So school starts back up on Tuesday and I can’t say I feel bad for the kids who are dreading the first day of class.
We all went through it ourselves when we were their age and they’ll find out that vacations aren’t all they’re cracked up to be once they leave school.
That’s the big thing nowadays – keeping kids active. Far too often, we see and hear about how children aren’t getting enough movement which creates more problems than we care to admit, most notably childhood obesity. No excuse for that, especially with so many options open to families in Yellowknife.
Pick your sport and there’s a very good chance there’s some sort of programming dedicated to it on the youth side: hockey, soccer, judo, basketball, you name it. I always made sure I played a sport of some sort when I was younger simply because I loved it. Softball became my sport of choice (mainly because I was the biggest kid on the team and I hit dingers) but I played a variety of others: curling, karate and even badminton.
I still get a kick out of the time I went to cover a badminton event and there I was rallying like I never left the sport. Julie Jeffery was never more impressed in her life.
The point I’m making is that no matter what you do, make sure you’re active. That line about the importance of kids getting an hour of physical activity per day is no joke. There’s no guarantee they’ll get it at school because there’s a very good chance they’ll end up farting around on their smart devices at recess.
On a side note, I’m all for schools that want to ban device usage during school hours. Nothing good comes from allowing students to make Facebook posts about how they bought this boss lunch or other garbage, which has nothing to do with life. It’s a lot like how I don’t care whether your baby took its first crap in its diaper. I’m happy for you and that’s a huge first step in parenthood but ultimately, I don’t care.
With that out of the way, back to the activity deal and this is where you parents come in.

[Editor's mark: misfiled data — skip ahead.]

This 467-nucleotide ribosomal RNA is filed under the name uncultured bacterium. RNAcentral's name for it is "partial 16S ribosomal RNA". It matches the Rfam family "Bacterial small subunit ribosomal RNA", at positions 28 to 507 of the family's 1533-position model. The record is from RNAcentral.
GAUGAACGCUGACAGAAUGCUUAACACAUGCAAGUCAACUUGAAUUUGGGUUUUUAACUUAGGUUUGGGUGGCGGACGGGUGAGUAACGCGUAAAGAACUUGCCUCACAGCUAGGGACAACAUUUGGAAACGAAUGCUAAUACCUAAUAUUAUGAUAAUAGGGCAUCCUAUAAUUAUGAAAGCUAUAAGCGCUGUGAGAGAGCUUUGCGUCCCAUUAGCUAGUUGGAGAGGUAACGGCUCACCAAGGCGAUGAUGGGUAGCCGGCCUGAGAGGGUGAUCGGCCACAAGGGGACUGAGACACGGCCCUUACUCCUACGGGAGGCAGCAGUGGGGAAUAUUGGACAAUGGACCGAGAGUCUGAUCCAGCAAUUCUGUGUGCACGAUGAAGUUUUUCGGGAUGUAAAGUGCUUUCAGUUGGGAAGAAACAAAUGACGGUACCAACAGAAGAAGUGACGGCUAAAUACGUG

All this week, I was working from the comfort (or confines at times) of my home because I’ve been looking after my little ones while my wife gets set for the new school year. I got my work done in short order and then took the kids out to play for at least one hour. We picked a playground and they ran amok. It’s an easy way for your little ones to get the activity time they need every day.
My eldest daughter is enrolled at Bella Dance and while it’s not sporty, that’s another way for her to get her active time. Now, as you know, I’m not the biggest fan of the arts and I would much rather watch an Australian Rules Football game over a performance from Opera Australia any day of the week, twice on Sundays. But the point is she’s active, she’s moving around and she’s doing it at a pretty high rate of movement.
Physical literacy is a term you may have heard of at one time or another. If you haven’t, you should learn what it is because it is important. The long definition, according to the International Physical Literacy Association. Is “…the motivation, confidence, physical competence, knowledge, and understanding to value and take responsibility for engagement in physical activities for life.”
In short, it’s about making sure physical activity is a part of your life.
Several sports have taken on the main building blocks of physical literacy as outlined by the Sport For Life Society, which grew out of Canadian Sport For Life. You may have seen programs such as Active Start, FUNdamentals and Learn To Train in sports such as soccer and speed skating and it’s all part of what’s known as Long-Term Athlete Development. I very much advise you to check out the Sport For Life website and see what’s there. The material is worth the read and if your child is involved in anything where the aforementioned three programs are offered, it will give you a heads-up as to what will be going on.
No matter what they do or how they do it, youth need to be active. There’s no excuse for them not to be.